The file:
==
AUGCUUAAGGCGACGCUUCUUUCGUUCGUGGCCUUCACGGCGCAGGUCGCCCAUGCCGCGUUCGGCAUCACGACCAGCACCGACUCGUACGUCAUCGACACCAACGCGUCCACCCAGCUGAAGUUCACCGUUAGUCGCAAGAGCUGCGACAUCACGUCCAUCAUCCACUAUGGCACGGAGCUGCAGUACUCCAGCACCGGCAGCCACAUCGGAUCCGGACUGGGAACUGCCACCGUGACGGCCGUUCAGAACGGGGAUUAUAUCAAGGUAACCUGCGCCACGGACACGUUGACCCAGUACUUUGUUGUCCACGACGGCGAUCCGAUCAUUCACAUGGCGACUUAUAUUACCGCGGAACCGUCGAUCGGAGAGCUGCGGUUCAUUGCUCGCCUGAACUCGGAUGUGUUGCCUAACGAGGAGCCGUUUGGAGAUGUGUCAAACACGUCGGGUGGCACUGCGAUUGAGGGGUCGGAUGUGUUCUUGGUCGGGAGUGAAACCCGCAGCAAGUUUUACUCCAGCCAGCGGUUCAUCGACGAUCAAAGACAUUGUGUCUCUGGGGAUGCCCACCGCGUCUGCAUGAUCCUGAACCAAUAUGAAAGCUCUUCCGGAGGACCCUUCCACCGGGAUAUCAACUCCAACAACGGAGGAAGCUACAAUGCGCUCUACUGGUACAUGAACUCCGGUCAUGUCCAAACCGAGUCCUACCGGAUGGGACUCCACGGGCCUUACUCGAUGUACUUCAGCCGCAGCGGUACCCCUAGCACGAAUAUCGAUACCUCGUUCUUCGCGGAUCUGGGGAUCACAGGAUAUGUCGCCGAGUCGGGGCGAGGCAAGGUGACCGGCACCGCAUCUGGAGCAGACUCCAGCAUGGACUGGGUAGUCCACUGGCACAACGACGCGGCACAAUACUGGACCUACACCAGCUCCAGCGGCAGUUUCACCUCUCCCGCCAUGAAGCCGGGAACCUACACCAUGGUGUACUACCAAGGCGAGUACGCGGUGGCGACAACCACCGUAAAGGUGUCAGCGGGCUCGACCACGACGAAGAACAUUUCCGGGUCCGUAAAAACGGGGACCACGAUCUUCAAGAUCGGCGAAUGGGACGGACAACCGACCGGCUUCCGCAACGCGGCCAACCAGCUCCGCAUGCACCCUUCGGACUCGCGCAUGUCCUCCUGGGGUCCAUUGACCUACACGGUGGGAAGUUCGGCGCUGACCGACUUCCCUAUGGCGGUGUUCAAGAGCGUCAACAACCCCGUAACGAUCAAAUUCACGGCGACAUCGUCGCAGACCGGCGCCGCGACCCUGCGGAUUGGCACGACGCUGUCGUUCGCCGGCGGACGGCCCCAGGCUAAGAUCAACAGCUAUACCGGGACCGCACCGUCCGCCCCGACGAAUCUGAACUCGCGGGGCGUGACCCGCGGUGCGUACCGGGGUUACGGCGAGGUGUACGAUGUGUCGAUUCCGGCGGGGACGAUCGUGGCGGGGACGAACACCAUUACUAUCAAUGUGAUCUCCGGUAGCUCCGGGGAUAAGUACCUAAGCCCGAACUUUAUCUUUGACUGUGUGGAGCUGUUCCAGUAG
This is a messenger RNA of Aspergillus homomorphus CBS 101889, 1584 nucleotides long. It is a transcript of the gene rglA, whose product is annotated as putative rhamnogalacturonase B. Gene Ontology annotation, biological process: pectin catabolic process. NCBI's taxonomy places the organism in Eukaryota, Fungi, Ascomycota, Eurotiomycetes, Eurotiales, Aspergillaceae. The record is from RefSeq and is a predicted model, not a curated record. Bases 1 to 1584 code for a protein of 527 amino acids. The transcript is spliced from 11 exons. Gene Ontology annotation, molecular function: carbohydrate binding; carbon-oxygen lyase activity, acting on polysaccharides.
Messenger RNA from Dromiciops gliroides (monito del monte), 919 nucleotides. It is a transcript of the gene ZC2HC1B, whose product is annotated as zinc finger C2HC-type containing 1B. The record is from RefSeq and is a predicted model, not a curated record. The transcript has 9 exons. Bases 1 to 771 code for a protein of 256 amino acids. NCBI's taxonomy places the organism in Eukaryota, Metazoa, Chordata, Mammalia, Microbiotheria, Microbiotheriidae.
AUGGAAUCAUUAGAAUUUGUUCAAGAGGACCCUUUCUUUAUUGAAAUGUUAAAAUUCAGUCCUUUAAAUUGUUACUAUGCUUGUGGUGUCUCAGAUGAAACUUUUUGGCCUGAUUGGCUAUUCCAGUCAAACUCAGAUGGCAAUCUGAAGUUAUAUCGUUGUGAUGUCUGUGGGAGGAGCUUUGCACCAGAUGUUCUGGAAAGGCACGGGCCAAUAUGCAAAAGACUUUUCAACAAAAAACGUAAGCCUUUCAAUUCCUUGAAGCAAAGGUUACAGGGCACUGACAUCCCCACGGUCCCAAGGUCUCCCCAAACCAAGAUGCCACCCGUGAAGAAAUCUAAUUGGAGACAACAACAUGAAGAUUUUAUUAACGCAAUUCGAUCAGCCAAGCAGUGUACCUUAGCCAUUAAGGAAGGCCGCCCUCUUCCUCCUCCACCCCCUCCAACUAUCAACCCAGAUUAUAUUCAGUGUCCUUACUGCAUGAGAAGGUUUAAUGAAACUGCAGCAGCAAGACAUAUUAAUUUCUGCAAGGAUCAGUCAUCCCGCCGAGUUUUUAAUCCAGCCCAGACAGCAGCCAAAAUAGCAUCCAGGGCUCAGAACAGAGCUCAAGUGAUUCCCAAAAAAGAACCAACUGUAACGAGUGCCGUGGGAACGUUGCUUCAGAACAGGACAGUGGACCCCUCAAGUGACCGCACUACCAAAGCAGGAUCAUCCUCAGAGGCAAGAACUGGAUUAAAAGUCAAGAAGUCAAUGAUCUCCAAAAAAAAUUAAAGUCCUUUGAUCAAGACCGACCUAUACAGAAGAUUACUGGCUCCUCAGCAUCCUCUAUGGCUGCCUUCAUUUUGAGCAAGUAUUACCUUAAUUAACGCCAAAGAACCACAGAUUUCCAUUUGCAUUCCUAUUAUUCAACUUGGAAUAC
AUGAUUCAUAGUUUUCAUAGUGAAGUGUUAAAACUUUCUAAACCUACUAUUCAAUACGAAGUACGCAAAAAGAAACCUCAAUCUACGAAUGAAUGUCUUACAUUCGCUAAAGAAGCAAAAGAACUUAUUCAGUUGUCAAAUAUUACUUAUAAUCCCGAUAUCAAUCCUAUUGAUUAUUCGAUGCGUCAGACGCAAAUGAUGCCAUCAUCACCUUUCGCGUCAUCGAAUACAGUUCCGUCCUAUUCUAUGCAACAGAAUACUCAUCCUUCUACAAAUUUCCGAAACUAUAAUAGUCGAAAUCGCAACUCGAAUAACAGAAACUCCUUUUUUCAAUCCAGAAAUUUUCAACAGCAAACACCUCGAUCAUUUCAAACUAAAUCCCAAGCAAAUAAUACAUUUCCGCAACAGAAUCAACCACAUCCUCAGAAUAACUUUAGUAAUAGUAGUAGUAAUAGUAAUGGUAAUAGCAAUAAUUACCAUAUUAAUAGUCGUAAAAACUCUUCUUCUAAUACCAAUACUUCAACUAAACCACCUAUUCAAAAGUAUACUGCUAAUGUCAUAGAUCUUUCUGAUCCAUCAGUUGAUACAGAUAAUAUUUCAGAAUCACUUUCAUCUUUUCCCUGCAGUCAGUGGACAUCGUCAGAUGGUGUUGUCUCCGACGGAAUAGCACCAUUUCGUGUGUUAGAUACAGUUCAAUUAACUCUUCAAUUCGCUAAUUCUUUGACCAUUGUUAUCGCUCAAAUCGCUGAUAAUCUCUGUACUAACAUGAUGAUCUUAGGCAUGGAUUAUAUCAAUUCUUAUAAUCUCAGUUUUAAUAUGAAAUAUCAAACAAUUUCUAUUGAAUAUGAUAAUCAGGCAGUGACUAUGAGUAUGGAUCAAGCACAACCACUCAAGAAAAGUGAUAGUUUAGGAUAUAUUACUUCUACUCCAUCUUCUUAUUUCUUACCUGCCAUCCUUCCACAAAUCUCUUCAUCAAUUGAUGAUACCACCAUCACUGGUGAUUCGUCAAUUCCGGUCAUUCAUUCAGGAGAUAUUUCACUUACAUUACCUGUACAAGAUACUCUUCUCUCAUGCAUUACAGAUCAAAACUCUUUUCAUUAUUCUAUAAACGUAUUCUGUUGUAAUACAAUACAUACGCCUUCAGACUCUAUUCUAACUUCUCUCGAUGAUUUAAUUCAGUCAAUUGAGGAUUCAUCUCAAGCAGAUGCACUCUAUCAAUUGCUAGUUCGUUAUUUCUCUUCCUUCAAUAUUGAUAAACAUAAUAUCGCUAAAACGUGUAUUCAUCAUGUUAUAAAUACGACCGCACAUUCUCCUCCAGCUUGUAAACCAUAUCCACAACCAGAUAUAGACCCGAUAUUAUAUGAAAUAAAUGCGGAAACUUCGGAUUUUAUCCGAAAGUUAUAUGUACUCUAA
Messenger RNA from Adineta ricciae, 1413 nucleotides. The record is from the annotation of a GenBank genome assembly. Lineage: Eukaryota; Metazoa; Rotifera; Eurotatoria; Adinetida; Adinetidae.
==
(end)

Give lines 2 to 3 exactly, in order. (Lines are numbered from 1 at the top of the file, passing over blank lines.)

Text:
This is a messenger RNA of Aspergillus homomorphus CBS 101889, 1584 nucleotides long. It is a transcript of the gene rglA, whose product is annotated as putative rhamnogalacturonase B. Gene Ontology annotation, biological process: pectin catabolic process. NCBI's taxonomy places the organism in Eukaryota, Fungi, Ascomycota, Eurotiomycetes, Eurotiales, Aspergillaceae. The record is from RefSeq and is a predicted model, not a curated record. Bases 1 to 1584 code for a protein of 527 amino acids. The transcript is spliced from 11 exons. Gene Ontology annotation, molecular function: carbohydrate binding; carbon-oxygen lyase activity, acting on polysaccharides.
Messenger RNA from Dromiciops gliroides (monito del monte), 919 nucleotides. It is a transcript of the gene ZC2HC1B, whose product is annotated as zinc finger C2HC-type containing 1B. The record is from RefSeq and is a predicted model, not a curated record. The transcript has 9 exons. Bases 1 to 771 code for a protein of 256 amino acids. NCBI's taxonomy places the organism in Eukaryota, Metazoa, Chordata, Mammalia, Microbiotheria, Microbiotheriidae.